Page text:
cause flooding. Therefore fairly tight pressure control is required. This leads to large and rapid changes in the vapor distillate flowrate when it is used to control pressure. If the distillate is fed to a downstream unit, these large flowrate changes represent severe disturbances.
One of the main advantages of the CS1 structure is that the constant reflux flowrate establishes steady liquid flowrates down through the trays of the column. Changing vapor rates can be achieved fairly rapidly (in 20-30 s). Changing liquid rates takes much longer because of the hydraulic lags introduced by weirs and baffles. The rule of thumb is about 3-6 seconds per tray. So in a 30-tray column, it will take 2-3 minutes for a change in reflux flow to work its way down to the base of the column.
Control Structure CS2 Figure 8.5b presents an alternative control structure in which the condenser heat removal is fixed instead of fixing the reflux flowrate. Since pressure is controlled by manipulating the flowrate of vapor distillate, this structure has the same problem of distillate flowrate variability to a downstream unit.
This structure does not keep reflux flowrate constant, so internal liquid rates can fluctuate, which can lead to poor hydraulic performance.
Some distillation columns with partial condensers are constructed with the condenser installed at the top of the column inside the shell. There is usually no reflux drum. Vapor flows upward through the tubes of the condenser. The condensate liquid flows downward and drops into a liquid distributer above the top tray. These "dephlegmator" systems are frequently used when very toxic or dangerous chemicals are involved because they eliminate some pumps, extra vessels, and fittings and thus reduce potential leak problems.
In this type of system there are only two manipulated variables: vapor distillate leaving the top of the condenser and condenser heat removal. The absence of a reflux drum means that there is no surge capacity to attenuate disturbances. As a result, these systems have very poor dynamic disturbance behavior and should be avoided if possible.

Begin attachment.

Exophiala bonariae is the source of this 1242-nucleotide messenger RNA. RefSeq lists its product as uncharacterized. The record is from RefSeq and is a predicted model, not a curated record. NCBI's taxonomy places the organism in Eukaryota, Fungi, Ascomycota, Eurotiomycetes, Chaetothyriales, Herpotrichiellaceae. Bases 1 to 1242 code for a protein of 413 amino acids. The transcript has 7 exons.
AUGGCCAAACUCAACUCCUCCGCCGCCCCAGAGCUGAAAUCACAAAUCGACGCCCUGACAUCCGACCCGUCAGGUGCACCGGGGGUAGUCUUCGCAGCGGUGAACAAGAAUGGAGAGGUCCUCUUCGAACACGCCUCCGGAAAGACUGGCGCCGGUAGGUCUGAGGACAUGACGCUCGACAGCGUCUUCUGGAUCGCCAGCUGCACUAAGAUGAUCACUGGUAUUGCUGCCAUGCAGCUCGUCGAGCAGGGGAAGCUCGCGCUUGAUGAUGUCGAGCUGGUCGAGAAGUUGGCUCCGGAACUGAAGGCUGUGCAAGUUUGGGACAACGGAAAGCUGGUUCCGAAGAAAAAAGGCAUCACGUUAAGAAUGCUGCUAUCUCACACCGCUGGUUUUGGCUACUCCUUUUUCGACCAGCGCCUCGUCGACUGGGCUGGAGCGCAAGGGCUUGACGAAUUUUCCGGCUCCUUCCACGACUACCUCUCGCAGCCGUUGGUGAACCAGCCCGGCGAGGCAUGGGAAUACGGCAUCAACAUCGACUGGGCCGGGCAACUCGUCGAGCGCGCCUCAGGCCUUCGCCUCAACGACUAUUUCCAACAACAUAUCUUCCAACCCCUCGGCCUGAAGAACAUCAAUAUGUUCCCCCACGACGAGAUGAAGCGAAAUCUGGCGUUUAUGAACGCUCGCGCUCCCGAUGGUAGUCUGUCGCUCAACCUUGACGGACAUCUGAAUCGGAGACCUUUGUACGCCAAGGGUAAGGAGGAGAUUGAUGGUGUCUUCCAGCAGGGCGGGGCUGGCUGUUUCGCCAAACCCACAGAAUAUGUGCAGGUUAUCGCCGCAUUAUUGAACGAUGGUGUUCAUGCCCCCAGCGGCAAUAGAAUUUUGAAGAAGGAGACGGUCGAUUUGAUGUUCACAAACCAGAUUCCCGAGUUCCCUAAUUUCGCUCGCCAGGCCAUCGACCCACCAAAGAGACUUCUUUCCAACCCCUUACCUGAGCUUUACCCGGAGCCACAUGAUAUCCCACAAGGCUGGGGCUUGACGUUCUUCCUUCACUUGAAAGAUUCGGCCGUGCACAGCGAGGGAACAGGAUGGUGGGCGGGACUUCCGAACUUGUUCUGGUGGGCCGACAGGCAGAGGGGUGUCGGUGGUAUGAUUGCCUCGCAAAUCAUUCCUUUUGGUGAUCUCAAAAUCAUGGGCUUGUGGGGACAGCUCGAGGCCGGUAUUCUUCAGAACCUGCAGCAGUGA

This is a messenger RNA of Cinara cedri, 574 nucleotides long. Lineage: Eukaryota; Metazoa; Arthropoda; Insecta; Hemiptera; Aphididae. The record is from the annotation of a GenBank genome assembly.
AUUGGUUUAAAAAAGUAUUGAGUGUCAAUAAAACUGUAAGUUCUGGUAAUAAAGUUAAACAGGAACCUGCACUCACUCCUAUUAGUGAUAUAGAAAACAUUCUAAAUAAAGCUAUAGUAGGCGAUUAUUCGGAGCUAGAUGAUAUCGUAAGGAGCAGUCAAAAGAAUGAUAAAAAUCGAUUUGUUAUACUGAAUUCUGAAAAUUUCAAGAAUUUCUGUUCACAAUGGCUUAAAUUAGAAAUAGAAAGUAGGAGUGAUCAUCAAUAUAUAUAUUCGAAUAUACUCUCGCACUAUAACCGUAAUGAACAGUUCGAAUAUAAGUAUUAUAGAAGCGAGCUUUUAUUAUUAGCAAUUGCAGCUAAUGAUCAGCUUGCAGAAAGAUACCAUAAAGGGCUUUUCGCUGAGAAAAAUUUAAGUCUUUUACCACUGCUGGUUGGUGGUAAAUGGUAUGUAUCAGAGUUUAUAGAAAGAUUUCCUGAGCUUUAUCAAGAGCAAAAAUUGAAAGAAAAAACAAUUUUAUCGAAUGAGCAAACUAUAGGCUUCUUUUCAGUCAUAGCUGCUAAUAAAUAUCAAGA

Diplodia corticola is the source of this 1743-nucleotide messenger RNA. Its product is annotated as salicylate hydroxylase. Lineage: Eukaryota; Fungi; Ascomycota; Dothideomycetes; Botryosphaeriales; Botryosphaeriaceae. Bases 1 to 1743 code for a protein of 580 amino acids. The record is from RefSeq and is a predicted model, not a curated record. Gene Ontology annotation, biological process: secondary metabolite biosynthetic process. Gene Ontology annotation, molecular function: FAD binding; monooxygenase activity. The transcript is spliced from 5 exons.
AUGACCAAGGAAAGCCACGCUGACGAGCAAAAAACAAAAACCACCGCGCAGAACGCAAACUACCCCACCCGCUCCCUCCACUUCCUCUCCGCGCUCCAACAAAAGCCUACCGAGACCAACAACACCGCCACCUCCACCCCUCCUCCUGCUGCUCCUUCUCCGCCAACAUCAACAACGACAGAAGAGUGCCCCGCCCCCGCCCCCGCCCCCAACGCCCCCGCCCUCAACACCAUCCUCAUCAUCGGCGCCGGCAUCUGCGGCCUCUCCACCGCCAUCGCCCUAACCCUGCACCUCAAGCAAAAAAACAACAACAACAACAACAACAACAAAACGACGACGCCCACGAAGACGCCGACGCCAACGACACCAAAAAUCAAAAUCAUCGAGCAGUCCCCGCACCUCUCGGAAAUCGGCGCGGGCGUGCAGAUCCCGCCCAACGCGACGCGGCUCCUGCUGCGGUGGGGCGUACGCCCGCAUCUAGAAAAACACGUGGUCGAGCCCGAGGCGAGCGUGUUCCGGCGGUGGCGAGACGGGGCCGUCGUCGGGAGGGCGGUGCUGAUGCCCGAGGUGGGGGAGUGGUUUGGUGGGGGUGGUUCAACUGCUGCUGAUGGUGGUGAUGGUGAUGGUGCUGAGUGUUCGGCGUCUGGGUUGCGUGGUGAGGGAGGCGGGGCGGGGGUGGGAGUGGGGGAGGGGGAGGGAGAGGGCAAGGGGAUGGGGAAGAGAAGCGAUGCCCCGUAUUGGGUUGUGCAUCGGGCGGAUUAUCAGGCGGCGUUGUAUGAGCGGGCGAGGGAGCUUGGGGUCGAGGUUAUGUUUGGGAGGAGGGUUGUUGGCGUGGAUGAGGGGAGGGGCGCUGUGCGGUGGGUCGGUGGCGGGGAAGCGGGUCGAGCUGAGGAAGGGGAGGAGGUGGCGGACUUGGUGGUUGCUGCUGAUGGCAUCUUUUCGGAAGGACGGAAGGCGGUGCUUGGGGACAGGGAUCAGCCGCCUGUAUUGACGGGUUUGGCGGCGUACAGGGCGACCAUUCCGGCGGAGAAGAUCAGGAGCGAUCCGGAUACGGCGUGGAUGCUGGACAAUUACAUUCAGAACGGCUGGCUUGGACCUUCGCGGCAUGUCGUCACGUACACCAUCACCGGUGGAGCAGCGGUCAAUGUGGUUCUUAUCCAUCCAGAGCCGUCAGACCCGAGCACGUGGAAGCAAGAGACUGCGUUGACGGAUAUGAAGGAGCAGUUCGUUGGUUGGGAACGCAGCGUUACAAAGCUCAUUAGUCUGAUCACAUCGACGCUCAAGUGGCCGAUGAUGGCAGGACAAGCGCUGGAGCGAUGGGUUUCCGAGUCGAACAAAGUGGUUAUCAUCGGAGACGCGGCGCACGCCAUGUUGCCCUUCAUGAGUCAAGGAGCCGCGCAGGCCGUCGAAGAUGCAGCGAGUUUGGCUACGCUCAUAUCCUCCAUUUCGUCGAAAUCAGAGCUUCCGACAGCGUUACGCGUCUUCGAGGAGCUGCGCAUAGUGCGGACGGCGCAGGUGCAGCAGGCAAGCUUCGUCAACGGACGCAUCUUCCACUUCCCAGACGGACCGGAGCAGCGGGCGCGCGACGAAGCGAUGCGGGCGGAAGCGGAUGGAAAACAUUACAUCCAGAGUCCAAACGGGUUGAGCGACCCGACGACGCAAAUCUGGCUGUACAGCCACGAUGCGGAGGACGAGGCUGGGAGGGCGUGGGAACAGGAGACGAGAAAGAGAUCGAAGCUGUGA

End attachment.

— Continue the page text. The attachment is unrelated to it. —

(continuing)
A viable alternative is to place a large total trapout tray below the condenser that can serve as an internal reflux drum. Liquid reflux can be taken from this trapout tray and fed to the top tray through a control valve. This modified system requires additional column height, which means higher capital investment. But its dynamic controllability is much better.
Control Structure CS3 Figure 8.5c shows the third alternative control structure studied. Now condenser heat removal is used to control pressure, and reflux is used to control level.
Since the distillate flowrate cannot be held constant, the control scheme must permit it to change. This is achieved in this control structure by ratioing the distillate flowrate to the reflux flowrate.
Of course, maintaining a constant reflux ratio may or may not be the best structure to handle feed composition changes when single-end control is used in a distillation column. To address this issue, the curves shown in Figure 8.6 are generated by varying the feed composition (in terms of the light- and heavy-key components) while maintaining the purities at both ends of the column. The required changes in the reflux and reflux ratio are plotted in terms of ratios to their design values at the design feed composition (40 and 4 mol% propane, respectively, for the two cases).
Case 1: Large Distillate Flow; RR = 2.6
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